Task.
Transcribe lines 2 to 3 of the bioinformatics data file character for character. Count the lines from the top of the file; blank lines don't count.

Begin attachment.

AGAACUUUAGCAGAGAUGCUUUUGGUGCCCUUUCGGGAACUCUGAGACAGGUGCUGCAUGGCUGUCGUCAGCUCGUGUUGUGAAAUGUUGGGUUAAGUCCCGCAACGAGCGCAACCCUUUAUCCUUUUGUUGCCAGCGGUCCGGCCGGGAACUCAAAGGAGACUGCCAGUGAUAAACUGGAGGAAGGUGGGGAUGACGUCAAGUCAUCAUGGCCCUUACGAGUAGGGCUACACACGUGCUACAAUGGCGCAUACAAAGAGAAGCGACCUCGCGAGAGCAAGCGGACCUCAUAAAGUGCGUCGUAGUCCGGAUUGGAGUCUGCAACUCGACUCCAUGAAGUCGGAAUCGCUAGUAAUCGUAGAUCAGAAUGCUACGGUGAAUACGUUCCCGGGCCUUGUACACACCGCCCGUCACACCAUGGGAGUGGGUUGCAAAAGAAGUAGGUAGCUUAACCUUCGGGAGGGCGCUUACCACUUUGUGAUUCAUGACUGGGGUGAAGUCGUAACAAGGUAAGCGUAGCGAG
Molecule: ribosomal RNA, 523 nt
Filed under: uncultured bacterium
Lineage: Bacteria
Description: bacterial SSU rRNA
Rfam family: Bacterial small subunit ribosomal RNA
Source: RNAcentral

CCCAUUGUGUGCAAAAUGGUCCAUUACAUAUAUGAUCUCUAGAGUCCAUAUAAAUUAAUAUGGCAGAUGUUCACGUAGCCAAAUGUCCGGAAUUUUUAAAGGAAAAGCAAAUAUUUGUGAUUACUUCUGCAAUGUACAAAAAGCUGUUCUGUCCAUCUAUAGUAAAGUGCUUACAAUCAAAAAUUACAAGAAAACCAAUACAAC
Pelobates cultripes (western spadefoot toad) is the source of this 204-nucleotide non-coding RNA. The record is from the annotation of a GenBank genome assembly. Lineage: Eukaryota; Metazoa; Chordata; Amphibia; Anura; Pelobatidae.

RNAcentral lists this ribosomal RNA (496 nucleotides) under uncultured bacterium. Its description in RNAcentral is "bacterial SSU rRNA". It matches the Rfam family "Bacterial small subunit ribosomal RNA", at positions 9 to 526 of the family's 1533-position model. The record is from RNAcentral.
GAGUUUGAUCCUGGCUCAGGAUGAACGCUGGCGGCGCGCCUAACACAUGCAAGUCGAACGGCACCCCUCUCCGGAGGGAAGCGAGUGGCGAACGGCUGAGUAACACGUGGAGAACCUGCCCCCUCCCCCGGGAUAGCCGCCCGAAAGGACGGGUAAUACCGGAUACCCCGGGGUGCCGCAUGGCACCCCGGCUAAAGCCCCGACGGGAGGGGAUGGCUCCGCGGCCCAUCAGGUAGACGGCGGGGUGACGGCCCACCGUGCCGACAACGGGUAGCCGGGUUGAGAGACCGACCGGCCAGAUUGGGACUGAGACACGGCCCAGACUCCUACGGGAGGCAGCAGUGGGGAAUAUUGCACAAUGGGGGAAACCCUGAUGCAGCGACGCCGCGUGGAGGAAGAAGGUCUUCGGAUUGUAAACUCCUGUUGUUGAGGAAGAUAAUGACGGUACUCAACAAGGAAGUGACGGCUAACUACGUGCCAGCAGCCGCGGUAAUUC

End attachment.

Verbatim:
Molecule: ribosomal RNA, 523 nt
Filed under: uncultured bacterium